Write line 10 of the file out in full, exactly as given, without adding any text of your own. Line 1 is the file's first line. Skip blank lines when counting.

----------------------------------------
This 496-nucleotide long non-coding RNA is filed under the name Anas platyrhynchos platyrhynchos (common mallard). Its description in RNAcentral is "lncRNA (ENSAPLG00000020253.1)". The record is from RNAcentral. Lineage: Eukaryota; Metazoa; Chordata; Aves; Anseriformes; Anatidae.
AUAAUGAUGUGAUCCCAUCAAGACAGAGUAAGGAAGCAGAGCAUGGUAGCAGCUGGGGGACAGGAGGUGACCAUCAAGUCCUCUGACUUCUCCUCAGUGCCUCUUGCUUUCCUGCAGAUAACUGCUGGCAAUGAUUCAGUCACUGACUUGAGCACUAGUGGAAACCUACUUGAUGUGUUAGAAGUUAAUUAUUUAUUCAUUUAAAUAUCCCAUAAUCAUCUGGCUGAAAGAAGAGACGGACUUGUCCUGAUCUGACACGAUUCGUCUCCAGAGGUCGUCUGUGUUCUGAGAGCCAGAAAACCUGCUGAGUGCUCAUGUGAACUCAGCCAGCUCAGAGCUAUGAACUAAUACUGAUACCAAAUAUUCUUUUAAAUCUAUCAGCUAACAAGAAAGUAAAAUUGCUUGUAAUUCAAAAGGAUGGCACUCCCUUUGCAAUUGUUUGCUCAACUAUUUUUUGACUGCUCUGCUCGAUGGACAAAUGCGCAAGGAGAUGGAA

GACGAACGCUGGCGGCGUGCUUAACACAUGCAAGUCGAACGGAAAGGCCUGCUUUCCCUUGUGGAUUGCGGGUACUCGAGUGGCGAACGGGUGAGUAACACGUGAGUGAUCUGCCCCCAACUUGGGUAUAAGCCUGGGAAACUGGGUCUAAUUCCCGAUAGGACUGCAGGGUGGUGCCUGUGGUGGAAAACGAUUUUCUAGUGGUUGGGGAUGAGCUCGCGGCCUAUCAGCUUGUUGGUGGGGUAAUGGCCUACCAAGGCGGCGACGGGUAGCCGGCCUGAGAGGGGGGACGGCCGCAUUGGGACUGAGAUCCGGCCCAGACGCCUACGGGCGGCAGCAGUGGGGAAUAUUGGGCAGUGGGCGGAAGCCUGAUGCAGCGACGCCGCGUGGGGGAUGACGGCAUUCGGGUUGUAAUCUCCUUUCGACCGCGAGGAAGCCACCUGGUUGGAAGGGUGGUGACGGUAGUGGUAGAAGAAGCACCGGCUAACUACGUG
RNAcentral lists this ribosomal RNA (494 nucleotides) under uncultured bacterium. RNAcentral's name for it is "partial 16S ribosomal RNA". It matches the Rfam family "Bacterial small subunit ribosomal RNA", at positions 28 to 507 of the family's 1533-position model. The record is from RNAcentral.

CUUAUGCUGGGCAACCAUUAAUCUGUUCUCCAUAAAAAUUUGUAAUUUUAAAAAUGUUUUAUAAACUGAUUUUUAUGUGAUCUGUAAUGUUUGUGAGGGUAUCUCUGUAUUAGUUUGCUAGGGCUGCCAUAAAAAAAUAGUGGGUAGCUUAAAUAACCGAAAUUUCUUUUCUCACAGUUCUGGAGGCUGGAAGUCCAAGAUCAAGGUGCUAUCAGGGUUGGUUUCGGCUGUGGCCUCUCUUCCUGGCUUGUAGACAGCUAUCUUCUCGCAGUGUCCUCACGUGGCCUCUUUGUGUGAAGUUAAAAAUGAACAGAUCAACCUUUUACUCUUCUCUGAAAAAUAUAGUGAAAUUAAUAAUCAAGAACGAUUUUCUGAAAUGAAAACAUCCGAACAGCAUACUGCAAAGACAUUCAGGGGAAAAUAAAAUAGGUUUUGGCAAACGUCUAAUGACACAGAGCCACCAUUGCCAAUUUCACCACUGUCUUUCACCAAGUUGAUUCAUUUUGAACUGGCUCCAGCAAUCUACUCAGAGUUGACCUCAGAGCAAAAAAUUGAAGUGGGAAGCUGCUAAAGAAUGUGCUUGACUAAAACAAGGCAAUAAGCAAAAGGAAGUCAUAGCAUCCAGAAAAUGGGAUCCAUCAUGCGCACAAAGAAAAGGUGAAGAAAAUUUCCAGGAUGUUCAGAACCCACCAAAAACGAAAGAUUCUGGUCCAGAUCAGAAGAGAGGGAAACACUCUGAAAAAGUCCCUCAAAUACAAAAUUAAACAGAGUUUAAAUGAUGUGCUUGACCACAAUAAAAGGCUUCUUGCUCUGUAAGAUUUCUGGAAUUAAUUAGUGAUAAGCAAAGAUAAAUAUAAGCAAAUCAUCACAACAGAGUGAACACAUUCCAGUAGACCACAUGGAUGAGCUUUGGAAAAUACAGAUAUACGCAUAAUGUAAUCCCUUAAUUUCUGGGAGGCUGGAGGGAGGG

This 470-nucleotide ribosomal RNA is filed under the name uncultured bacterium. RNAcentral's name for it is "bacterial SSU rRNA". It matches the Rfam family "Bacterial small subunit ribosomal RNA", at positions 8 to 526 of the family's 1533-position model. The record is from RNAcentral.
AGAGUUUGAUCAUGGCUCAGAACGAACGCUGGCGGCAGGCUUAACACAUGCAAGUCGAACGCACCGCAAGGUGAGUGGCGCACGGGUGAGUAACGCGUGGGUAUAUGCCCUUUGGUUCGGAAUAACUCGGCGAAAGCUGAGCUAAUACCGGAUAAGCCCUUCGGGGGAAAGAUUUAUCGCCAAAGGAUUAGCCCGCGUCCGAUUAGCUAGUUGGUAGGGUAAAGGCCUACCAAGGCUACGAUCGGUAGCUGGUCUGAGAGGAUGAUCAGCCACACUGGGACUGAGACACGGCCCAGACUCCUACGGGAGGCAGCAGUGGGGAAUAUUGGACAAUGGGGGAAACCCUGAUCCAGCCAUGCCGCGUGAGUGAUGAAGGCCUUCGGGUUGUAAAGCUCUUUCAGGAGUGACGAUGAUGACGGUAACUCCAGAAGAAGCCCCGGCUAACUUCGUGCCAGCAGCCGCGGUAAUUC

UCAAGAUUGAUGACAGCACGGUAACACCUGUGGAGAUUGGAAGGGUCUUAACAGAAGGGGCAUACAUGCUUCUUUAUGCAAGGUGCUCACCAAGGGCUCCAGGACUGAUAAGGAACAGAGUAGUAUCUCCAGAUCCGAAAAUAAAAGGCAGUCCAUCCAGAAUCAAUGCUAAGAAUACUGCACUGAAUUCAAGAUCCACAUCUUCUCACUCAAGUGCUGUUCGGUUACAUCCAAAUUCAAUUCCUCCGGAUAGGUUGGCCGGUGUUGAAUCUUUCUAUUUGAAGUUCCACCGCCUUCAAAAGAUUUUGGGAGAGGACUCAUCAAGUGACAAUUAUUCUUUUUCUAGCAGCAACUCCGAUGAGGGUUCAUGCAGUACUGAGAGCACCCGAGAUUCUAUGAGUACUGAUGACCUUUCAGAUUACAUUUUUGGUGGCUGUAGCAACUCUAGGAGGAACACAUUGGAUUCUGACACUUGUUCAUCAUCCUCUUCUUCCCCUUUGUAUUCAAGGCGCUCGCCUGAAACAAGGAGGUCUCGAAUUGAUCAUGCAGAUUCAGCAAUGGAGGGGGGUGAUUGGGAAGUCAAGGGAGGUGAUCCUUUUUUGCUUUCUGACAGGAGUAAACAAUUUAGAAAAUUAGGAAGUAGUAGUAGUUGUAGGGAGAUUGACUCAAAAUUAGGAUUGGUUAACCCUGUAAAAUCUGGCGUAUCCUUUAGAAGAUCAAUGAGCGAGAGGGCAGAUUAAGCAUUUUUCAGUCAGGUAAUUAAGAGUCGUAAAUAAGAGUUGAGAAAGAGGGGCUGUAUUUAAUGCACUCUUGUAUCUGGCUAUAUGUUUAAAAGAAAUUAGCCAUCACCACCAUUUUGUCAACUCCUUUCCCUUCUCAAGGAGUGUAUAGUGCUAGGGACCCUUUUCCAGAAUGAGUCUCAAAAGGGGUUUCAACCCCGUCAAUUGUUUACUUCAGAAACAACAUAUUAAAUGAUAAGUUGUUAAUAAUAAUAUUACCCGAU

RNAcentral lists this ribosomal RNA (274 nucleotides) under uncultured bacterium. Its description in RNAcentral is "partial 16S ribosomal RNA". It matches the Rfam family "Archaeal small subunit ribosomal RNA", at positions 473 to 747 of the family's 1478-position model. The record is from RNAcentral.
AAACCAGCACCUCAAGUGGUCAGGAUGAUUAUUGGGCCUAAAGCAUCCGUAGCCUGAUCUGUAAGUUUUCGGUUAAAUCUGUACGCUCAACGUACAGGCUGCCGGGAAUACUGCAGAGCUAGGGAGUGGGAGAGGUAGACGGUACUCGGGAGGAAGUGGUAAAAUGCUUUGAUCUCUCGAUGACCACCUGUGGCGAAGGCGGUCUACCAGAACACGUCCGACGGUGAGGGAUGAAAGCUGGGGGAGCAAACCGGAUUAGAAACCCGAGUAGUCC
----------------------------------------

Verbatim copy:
AAACCAGCACCUCAAGUGGUCAGGAUGAUUAUUGGGCCUAAAGCAUCCGUAGCCUGAUCUGUAAGUUUUCGGUUAAAUCUGUACGCUCAACGUACAGGCUGCCGGGAAUACUGCAGAGCUAGGGAGUGGGAGAGGUAGACGGUACUCGGGAGGAAGUGGUAAAAUGCUUUGAUCUCUCGAUGACCACCUGUGGCGAAGGCGGUCUACCAGAACACGUCCGACGGUGAGGGAUGAAAGCUGGGGGAGCAAACCGGAUUAGAAACCCGAGUAGUCC